Energy and Climate Change

Climate change and energy transition

Climate change is the greatest long-term threat to our environment and our society. Warming is set to become the major driver of species loss: it thus obliges us to reconsider our societal models and to find ways to live more sustainably. To tackle it we must curb our hunger for energy, use energy much more efficiently and renewable energy must replace dirty fossil fuels and risky nuclear power.

BirdLife Europe is working on a Climate Change programme urging swift and decisive mitigation action. Our demand, maintaining global average temperature increase to less than 2°C, is based on scientists’ recommendations regarding what is a ‘safe’ amount of warming. Even this limit now looks too high, in the light of new evidence. We support a transition to sustainable, renewable energy in Europe and we recognise that this will require widespread energy production installations and thousands of kilometres of new power lines. If well-planned, with robust environmental assessment and mitigation measures, Europe can develop this new capacity at the necessary scale and pace without harming the natural environment.

We also advocate for a more climate friendly EU budget and better rules on emissions related to the agriculture, forestry and bioenergy industries. We also run campaigns against dirty fossil fuels and we engage with energy businesses to find sustainable and pragmatic solutions, especially through the deployment of renewable energy. However, if badly managed and located, renewable energy facilities, energy infrastructures and biomass fuel supplies pose unacceptable risks to birds and wildlife. European and national policy makers must ensure that the renewable energy revolution proceeds in harmony with nature.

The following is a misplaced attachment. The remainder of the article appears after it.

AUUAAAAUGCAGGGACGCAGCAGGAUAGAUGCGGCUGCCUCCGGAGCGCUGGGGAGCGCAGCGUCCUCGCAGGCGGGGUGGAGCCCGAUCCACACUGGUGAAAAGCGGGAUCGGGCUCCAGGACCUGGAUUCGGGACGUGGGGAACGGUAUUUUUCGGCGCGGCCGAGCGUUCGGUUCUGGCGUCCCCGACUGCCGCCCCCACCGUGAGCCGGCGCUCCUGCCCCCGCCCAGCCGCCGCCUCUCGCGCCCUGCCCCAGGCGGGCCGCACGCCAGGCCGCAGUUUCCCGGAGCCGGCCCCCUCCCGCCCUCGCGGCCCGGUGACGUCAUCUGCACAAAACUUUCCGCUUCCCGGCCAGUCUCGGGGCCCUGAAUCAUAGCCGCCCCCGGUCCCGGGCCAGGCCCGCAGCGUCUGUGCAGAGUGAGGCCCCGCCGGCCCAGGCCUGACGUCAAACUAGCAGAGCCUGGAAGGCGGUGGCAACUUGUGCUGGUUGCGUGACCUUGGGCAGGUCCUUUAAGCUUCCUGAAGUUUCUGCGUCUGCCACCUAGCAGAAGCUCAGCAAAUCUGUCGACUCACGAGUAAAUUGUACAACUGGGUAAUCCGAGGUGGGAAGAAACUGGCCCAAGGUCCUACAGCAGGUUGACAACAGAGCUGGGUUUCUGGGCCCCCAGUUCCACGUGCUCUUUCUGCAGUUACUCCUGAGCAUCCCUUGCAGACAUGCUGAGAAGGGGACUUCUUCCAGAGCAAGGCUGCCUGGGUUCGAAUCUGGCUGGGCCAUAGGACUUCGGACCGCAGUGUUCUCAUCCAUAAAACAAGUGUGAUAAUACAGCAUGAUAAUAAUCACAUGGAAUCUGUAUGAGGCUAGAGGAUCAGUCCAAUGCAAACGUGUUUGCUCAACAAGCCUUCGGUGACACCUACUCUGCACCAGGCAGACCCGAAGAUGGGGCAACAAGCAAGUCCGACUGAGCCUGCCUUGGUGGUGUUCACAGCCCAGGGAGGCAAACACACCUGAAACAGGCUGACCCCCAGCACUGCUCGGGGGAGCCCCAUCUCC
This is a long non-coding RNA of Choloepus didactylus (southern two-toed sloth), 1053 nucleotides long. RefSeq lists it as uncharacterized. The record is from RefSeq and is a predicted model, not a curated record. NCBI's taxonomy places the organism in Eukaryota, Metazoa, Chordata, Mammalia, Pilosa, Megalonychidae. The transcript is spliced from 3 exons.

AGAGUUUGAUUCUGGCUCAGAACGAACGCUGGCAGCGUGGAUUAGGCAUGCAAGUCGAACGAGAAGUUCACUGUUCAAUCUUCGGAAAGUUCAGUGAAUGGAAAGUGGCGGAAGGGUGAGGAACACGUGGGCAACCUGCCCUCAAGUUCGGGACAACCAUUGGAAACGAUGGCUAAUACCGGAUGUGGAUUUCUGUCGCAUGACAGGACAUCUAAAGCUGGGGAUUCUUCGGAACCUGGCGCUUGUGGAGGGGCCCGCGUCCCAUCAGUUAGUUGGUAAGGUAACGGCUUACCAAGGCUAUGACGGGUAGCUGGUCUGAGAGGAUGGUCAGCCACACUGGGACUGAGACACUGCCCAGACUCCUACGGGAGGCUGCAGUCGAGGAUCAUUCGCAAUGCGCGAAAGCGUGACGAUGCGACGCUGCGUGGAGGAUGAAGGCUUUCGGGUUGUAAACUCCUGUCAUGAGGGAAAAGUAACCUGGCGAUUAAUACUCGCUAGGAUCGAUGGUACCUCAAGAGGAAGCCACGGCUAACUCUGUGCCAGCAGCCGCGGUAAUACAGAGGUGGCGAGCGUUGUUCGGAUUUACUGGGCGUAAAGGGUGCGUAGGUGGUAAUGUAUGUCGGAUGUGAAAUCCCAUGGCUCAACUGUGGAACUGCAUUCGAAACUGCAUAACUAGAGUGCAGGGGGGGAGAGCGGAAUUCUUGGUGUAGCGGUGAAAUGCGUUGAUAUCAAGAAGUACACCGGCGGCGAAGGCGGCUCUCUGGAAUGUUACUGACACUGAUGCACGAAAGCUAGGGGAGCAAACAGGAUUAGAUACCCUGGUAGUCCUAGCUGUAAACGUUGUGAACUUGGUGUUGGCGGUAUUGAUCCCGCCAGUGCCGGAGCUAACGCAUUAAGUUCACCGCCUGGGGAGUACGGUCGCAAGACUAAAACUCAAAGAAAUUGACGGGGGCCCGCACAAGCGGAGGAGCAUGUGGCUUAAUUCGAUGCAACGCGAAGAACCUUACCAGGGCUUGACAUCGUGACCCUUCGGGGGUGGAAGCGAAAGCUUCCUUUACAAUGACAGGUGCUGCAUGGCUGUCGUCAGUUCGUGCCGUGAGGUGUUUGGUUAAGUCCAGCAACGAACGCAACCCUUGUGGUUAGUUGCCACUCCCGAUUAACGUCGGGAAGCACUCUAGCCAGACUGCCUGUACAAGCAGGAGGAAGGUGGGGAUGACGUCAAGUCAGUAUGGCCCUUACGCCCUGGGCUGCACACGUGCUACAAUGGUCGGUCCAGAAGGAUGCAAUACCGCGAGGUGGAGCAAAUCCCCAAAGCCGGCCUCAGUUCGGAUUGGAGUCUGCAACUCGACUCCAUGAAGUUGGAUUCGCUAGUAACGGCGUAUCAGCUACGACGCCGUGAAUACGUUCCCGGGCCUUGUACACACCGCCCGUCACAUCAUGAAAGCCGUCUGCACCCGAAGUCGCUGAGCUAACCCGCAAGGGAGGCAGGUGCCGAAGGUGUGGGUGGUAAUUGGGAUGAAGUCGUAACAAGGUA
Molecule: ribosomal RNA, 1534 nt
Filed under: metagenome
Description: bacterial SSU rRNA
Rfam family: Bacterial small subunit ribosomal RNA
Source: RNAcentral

Conserving a rich biodiversity and mitigating the effects of climate change are closely linked. Efforts to mitigate greenhouse gas emissions must be stepped up, but not at the expense of short-term loss of habitats or creation of unintended indirect emissions. The destruction of carbon rich habitats, such as forests and wetlands, is a major source of emissions, while healthy ecosystems are better equipped to adapt to climate change and in many cases also better at storing carbon.

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Stichting BirdLife Europe gratefully acknowledges financial support from the European Commission. All content and opinions expressed on these pages are solely those of Stichting BirdLife Europe.

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